Tahrir Square a day after a revolution
February 12th, 2011
06:40 PM ET

Egypt: U.S. military officials meet with Middle East counterparts

Tens of thousands of demonstrators have rallied since January 25 on the streets of Egypt's major cities, calling for economic reforms, railing against corruption and demanding an end to President Hosni Mubarak's 30-year rule. After daily street demonstrations, Mubarak decided to step down from the presidency of Egypt on February 11 and assigned the Supreme Council of the Armed Forces to run the affairs of the country. Check out our full coverage and the latest tweets from CNN correspondents on the ground.

Developments, as confirmed by CNN, on the revolution in Egypt:

[Update 1:40 a.m. in Cairo, 6:40 p.m. ET] Egyptians on Saturday cleared burned cars, garbage and debris that accumulated over 18 days at Tahrir Square, a sign that Cairo and the rest of the country were beginning to get back to work while wondering what government comes next after the revolution.

A day after President Hosni Mubarak stepped down, employees and businesses readied themselves for Sunday, the traditional start of the work week. The country's stock market is expected to reopen Wednesday.

Volunteers repainted black and white striped street curbs around a monument by the Egyptian Museum, which had been on the front line in street battles between Mubarak's foes and supporters.

[Update 12:08 a.m. in Cairo, 5:08 p.m. ET] U.S. President Barack Obama spoke by phone Saturday with the leaders of Britain, Jordan and Turkey to discuss developments in Egypt. He also welcomed the Egyptian military's announcement that it is committed to a democratic transition and will honor Egypt's international obligations, the White House said.

[Update 10:15 p.m. in Cairo, 3:15 p.m. ET] Israeli Defense Minister Ehud Barak spoke to his Egyptian counterpart Mohammed Hussein Tantawi on the phone Saturday, according to a ministry spokesman. No other details were available.

[Update 8:45 p.m. in Cairo, 1:45 p.m. ET] Adm. Mike Mullen, chairman of the U.S. Joint Chiefs of Staff, plans to visit key Mideast allies Israel and Jordan this weekend, a Pentagon official told CNN on Saturday.

U.S. Defense Secretary Robert Gates spoke with Egyptian Field Marshal Mohammed Hussein Tantawi on Saturday, the sixth phone conversation with the minister since the situation began.

[Update 7:42 p.m. in Cairo, 12:42 ET] Israeli Prime Minister Benjamin Netanyahu welcomed the Egyptian military's intention to honor its peace treaty with Israel and said the agreement "is the cornerstone for peace and stability in the entire Middle East."

- Saudi Arabia's government said on Saturday it "welcomes the peaceful transition of power in Egypt," the official Saudi news agency reported.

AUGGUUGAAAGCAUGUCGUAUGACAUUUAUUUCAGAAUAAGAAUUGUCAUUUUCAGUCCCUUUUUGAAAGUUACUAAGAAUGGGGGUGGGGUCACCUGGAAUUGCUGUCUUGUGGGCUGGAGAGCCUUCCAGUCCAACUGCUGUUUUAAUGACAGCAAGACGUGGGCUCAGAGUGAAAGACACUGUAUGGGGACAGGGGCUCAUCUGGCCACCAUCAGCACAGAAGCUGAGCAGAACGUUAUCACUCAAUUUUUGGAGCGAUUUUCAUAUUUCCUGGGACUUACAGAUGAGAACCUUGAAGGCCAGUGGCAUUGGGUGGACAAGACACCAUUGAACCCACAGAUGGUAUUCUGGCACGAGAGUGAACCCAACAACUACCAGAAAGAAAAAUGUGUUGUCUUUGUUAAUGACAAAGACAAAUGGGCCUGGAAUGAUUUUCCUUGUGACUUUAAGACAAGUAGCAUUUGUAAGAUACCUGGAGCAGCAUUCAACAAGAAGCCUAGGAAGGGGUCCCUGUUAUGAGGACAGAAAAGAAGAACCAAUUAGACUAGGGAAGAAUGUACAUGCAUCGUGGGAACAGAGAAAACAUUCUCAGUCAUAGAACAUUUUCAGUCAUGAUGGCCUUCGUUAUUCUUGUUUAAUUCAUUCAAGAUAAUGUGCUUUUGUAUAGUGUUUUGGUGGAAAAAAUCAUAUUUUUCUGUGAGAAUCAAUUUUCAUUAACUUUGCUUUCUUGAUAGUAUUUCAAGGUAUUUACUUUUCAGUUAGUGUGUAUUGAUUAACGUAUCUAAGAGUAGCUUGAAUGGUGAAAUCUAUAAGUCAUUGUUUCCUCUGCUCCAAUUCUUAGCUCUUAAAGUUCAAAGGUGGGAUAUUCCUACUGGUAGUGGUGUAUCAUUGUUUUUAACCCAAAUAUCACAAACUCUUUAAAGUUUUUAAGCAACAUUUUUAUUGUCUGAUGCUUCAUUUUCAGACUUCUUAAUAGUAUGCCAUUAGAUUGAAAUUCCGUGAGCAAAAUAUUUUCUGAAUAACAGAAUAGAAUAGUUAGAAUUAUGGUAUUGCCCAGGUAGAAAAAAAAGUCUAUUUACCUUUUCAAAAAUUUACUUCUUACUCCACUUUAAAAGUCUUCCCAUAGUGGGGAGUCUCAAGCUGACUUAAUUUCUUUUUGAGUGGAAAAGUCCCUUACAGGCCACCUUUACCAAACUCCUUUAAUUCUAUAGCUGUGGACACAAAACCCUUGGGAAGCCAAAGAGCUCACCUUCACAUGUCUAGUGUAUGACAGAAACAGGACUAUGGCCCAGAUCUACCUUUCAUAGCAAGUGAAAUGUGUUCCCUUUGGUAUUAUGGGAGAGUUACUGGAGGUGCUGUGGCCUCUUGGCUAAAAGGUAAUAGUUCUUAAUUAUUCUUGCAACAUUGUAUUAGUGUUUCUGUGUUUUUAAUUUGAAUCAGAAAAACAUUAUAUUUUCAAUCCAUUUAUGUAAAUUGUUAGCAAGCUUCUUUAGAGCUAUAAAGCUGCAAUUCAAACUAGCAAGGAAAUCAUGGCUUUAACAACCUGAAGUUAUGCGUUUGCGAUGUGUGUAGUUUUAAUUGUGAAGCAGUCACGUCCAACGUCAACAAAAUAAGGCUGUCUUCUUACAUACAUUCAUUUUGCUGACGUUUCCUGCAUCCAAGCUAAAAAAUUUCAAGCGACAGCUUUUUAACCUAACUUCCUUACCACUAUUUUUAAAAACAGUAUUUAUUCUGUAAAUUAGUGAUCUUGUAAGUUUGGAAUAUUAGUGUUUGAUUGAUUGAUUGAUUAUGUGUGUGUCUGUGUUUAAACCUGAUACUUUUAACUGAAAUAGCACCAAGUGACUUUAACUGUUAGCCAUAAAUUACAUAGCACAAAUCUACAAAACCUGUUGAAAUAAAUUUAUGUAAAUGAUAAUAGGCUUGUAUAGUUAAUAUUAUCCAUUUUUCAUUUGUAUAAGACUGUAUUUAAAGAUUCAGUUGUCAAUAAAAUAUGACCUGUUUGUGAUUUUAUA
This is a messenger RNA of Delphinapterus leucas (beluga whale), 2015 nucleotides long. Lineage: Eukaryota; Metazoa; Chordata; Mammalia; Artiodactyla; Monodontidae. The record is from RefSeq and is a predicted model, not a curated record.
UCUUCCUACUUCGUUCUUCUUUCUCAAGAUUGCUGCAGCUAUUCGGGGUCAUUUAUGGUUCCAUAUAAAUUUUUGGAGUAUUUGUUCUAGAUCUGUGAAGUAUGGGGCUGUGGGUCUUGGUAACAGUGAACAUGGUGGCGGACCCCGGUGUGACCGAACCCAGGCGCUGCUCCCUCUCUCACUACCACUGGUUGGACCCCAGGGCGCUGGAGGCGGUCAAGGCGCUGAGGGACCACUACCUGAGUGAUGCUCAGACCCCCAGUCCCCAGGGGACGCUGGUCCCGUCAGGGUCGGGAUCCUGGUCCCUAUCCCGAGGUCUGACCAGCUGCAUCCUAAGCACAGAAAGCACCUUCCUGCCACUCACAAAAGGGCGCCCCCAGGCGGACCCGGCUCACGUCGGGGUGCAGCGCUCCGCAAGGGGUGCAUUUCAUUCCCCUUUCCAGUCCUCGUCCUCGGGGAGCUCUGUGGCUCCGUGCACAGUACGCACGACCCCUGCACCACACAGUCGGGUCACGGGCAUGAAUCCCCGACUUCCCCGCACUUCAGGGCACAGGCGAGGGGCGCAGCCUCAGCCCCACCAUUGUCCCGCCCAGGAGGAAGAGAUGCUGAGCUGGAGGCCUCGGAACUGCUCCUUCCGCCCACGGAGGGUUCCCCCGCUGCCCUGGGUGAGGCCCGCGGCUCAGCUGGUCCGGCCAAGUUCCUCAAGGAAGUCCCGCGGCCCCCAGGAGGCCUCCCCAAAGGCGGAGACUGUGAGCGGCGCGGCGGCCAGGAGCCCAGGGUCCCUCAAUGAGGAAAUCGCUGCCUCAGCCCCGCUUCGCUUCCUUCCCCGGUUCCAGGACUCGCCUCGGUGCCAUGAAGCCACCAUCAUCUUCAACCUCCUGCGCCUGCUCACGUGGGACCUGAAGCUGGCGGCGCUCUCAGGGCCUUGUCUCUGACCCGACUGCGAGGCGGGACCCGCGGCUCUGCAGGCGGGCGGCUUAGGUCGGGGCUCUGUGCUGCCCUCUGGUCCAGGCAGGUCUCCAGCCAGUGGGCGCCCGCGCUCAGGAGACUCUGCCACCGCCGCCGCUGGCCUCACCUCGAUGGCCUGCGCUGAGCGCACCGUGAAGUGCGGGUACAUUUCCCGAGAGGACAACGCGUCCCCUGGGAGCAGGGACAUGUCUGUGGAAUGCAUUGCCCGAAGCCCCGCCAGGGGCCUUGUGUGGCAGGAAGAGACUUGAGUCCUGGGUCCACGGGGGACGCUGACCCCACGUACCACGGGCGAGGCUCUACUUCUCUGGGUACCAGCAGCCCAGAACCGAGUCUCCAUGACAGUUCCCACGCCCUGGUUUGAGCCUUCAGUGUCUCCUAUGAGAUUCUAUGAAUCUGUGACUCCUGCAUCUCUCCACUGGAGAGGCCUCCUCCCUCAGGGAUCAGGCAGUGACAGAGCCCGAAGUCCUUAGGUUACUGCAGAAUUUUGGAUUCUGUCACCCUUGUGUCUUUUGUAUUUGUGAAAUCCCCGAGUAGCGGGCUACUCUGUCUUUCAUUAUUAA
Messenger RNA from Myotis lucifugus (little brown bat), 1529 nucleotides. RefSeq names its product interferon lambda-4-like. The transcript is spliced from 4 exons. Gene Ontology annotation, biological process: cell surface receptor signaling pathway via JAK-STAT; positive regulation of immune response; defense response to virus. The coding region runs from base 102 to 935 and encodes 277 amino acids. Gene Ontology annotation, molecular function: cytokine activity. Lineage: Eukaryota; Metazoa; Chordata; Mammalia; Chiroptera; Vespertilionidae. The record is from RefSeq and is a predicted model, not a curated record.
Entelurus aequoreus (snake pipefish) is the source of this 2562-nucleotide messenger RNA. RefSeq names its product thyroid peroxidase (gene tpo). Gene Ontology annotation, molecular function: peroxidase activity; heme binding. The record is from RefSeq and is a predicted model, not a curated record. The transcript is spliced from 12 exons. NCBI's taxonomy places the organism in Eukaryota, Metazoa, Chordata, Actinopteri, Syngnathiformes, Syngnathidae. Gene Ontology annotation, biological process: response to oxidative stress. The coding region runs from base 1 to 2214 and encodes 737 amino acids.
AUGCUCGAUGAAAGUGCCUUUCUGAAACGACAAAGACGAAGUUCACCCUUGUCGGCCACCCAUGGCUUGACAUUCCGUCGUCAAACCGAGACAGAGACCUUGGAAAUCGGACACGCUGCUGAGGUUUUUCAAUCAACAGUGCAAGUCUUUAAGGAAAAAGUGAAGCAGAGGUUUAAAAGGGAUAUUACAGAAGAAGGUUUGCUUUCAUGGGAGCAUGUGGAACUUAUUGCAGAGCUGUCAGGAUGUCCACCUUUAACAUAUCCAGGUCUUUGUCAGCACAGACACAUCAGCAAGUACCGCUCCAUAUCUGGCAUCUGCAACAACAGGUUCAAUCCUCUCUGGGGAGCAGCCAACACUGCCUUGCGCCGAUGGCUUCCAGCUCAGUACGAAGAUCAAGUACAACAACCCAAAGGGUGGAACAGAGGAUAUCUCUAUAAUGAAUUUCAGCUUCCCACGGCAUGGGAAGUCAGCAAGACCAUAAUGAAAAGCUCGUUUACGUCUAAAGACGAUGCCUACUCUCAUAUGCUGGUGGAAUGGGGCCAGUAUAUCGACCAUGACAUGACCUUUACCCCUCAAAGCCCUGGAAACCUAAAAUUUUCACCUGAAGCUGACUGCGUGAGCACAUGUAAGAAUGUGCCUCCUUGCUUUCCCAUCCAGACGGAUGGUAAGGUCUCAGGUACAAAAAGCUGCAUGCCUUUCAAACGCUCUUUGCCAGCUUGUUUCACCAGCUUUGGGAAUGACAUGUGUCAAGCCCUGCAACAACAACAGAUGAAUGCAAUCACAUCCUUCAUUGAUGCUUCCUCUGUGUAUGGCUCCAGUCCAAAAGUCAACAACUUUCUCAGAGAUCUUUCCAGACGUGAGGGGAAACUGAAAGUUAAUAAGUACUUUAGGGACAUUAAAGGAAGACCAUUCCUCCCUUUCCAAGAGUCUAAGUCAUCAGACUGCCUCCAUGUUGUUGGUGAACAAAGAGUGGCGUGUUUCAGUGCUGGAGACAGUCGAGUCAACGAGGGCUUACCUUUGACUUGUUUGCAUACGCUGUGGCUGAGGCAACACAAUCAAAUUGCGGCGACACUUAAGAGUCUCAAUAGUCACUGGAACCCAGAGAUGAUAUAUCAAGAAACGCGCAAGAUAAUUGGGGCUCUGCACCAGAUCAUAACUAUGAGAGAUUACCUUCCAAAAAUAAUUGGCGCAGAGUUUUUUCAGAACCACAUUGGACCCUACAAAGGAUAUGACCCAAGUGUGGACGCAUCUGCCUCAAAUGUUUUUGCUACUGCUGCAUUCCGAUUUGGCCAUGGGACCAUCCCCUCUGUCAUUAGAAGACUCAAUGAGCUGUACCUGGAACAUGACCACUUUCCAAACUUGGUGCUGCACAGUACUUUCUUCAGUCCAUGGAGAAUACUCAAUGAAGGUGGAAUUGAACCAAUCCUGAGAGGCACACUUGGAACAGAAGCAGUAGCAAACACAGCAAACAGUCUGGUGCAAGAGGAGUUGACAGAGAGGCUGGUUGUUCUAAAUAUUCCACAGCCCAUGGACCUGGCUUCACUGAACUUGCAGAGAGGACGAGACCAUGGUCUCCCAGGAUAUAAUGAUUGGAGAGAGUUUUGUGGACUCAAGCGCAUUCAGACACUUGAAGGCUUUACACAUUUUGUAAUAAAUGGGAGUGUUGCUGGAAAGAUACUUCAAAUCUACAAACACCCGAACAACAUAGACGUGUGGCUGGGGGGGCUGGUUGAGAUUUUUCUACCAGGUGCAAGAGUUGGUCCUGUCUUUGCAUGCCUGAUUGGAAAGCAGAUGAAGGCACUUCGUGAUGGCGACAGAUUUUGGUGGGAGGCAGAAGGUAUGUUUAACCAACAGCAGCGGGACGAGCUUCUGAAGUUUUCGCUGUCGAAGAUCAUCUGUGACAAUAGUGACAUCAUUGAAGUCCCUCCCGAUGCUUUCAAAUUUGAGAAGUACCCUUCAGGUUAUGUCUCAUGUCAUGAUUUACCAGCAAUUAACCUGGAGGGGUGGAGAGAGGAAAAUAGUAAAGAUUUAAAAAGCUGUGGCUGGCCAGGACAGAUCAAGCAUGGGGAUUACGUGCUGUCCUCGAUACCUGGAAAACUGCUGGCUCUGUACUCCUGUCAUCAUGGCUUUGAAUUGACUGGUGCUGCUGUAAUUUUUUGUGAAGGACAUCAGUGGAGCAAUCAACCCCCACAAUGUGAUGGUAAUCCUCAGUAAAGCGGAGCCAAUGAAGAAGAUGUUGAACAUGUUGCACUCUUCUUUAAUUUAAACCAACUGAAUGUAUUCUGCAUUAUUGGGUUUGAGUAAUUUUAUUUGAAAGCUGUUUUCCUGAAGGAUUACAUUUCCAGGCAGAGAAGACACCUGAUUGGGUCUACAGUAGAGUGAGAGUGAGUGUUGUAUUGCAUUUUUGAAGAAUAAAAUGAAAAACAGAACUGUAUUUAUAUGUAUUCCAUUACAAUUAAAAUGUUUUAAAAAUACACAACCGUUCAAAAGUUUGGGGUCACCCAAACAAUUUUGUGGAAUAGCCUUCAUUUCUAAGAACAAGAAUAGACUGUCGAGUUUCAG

- Military forces in Cairo's Tahrir Square on Saturday detained three people for allegedly harassing others, though those individuals are expected to be released later, CNN's Frederik Pleitgen reported.

- Egypt's military urged the population to help bolster the country's economic condition, a sector that has been paralyzed in recent weeks by the country's unrest.

- The military urged residents to cooperate with the country's police forces, a reference to the animosity protesters had toward police that helped fuel the Egyptian uprising.

- Before a new Cabinet is formed, the Egyptian military called on people and the government to support the caretaker government.

- Egypt state television, citing a judicial source, reported that the country's former prime minister and former information and interior ministers were banned from traveling abroad due to a lawsuit filed against them.

Update 4:51 p.m. in Cairo, 9:51 a.m. ET] The head of the Egyptian stock market, Khaled Serry Seyam, said trading will resume Wednesday, February 16, Egyptian state TV reported Saturday.

[Update 4:43 p.m. in Cairo, 9:43 a.m. ET] Demonstrators brought into Tahrir Square a large marble statue whose purpose appeared to be to honor those killed in the unrest of the past 18 days.

[Update 3:13 p.m. in Cairo, 8:13 a.m. ET] The Egyptian military called on people and the government to support the caretaker government before a new Cabinet is formed. The military government also said it will honor all international agreements, which would include Egypt's peace treaty with Israel.

[Update 3:06 p.m. in Cairo, 8:06 a.m. ET] A large number of soldiers entered Tahrir Square on foot and began clearing protesters' barricades and taking up positions. Demonstrators cheered the soldiers and patted them on the back as they ran by, and one soldier was hoisted onto protesters' shoulders. Protesters and soldiers worked together to clear debris and load it into dump trucks.

[Update 11:03 a.m. in Cairo, 4:03 a.m. ET] State-run newspapers - which frequently ran the line of Mubarak's government - published headlines such as "The people have brought down the regime" on Saturday.

Many gathered in Cairo's Tahrir Square on Saturday morning said they had stayed overnight amid the celebratory atmosphere. Many said they were happy with the military council taking over. Others said they would stay in the square until they get more concessions - such as the freeing of political prisoners. And some people said they would continue to protest "until Egypt is ruled by a civil government - not a military one."

[Update 10:10 a.m. in Cairo, 3:10 a.m. ET] Clean-up efforts began in the area in and around Cairo's Tahrir Square Saturday morning. Crews towed away burned cars that had been used as barricades and collected garbage.